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Breakthrough Wearable Technology for Continuous Health Monitoring via Innovative Devices Capturing Body Sounds

Northwestern University researchers have introduced innovative soft, miniaturized wearable devices designed to continuously monitor internal body sounds, presenting a departure from traditional episodic measurements taken during periodic doctor visits. These devices adhere gently to the skin and use pairs of high-performance digital microphones and accelerometers, encapsulated in soft silicone, to create a non-invasive sensing network. Measuring 40mm in length, 20mm in width, and 8mm in thickness, each device incorporates a flash memory drive, a tiny battery, electronic components, Bluetooth capabilities, and two microphones—one facing inward toward the body and another outward toward the exterior. This design enables the capture of sounds in both directions, allowing an algorithm to distinguish between external and internal body sounds.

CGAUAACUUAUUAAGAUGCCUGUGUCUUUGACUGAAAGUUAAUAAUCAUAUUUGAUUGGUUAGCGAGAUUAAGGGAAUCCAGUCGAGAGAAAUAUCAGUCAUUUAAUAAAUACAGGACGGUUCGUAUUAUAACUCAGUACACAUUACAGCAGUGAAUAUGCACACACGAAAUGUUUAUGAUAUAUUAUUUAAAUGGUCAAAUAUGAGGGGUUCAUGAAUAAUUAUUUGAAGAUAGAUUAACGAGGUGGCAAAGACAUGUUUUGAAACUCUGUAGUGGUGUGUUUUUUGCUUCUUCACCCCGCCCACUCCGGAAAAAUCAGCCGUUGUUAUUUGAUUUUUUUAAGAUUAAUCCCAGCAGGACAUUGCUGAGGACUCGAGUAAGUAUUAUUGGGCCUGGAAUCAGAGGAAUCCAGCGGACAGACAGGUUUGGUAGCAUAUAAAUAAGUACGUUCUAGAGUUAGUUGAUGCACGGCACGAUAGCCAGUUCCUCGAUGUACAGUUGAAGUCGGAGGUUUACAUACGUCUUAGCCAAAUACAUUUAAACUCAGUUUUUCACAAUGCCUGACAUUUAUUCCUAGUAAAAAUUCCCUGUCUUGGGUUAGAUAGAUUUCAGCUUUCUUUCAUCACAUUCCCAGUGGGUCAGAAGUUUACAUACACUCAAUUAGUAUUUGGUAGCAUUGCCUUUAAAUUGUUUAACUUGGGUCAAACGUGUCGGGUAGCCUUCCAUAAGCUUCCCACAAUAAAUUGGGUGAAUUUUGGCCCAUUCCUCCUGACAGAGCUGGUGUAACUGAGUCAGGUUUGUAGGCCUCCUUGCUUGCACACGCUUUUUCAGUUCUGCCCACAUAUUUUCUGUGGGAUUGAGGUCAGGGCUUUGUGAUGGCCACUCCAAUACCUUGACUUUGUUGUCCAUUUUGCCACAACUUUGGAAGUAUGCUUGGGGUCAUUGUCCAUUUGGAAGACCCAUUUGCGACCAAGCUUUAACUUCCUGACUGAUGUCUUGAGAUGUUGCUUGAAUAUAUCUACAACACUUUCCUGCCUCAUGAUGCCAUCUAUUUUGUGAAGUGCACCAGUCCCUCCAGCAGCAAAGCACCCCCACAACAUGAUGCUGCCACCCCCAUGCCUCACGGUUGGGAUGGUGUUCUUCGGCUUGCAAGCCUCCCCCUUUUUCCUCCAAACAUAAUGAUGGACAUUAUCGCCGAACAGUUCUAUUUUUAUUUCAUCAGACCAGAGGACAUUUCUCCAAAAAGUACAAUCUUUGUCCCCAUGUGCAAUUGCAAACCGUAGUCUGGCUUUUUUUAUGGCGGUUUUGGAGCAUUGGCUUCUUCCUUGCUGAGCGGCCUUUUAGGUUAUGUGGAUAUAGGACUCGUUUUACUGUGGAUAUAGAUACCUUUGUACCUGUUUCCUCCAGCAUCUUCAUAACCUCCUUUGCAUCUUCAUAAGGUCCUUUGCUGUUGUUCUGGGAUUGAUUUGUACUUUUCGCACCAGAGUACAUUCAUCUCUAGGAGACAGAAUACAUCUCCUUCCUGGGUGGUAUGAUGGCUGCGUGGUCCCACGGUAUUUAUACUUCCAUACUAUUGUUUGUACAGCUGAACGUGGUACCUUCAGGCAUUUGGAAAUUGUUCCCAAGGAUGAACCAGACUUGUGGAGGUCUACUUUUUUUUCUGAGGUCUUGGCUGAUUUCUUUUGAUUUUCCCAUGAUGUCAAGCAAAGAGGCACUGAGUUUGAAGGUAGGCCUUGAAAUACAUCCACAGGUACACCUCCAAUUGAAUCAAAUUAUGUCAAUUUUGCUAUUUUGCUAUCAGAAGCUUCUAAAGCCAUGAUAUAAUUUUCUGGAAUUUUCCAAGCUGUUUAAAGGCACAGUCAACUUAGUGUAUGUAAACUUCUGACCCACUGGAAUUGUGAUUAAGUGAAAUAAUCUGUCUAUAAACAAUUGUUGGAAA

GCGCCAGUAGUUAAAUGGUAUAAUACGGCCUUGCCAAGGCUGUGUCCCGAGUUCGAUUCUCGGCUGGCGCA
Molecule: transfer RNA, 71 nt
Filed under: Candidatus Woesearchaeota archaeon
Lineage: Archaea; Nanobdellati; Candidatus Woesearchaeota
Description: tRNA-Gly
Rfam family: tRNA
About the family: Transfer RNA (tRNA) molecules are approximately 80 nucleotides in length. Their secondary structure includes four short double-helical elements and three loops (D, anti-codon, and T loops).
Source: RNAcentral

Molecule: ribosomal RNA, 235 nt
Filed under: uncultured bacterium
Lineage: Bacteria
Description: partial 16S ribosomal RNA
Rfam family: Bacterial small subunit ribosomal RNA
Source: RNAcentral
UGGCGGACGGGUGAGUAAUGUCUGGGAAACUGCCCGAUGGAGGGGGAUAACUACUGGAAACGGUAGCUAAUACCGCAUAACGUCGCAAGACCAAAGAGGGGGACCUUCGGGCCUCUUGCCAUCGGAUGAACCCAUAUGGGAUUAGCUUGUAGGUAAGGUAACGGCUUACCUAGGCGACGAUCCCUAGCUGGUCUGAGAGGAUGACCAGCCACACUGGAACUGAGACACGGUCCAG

The unique capabilities of these devices offer several advantages, including continuous monitoring, spatial mapping across different regions of the body, wearability, and versatility in capturing a range of internal body sounds. The spatial mapping feature allows simultaneous monitoring and comparison of various regions, making it particularly valuable for detecting subtle changes indicative of potential health issues.

During the developmental phase, the devices were tested on vulnerable populations, specifically premature babies in the neonatal intensive care unit (NICU) and post-surgery adults. Monitoring premature babies during their transition from the womb to the outside world is crucial, and these wearable devices provide a non-invasive means of tracking their respiratory systems. Additionally, the devices were tested on adult patients, including those with chronic lung diseases and healthy controls, successfully capturing lung sounds and body motions at different locations simultaneously.

The continuous and real-time data collected by these devices hold promise for revolutionizing healthcare monitoring, offering a more detailed and immediate understanding of patients' internal body processes. Furthermore, the potential for remote monitoring could enhance healthcare providers' ability to assess and respond to changes in patients' conditions without the need for frequent in-person visits.

https://news.feinberg.northwestern.edu/2023/11/20/novel-wearables-capture-body-sounds-to-continuously-monitor-health/

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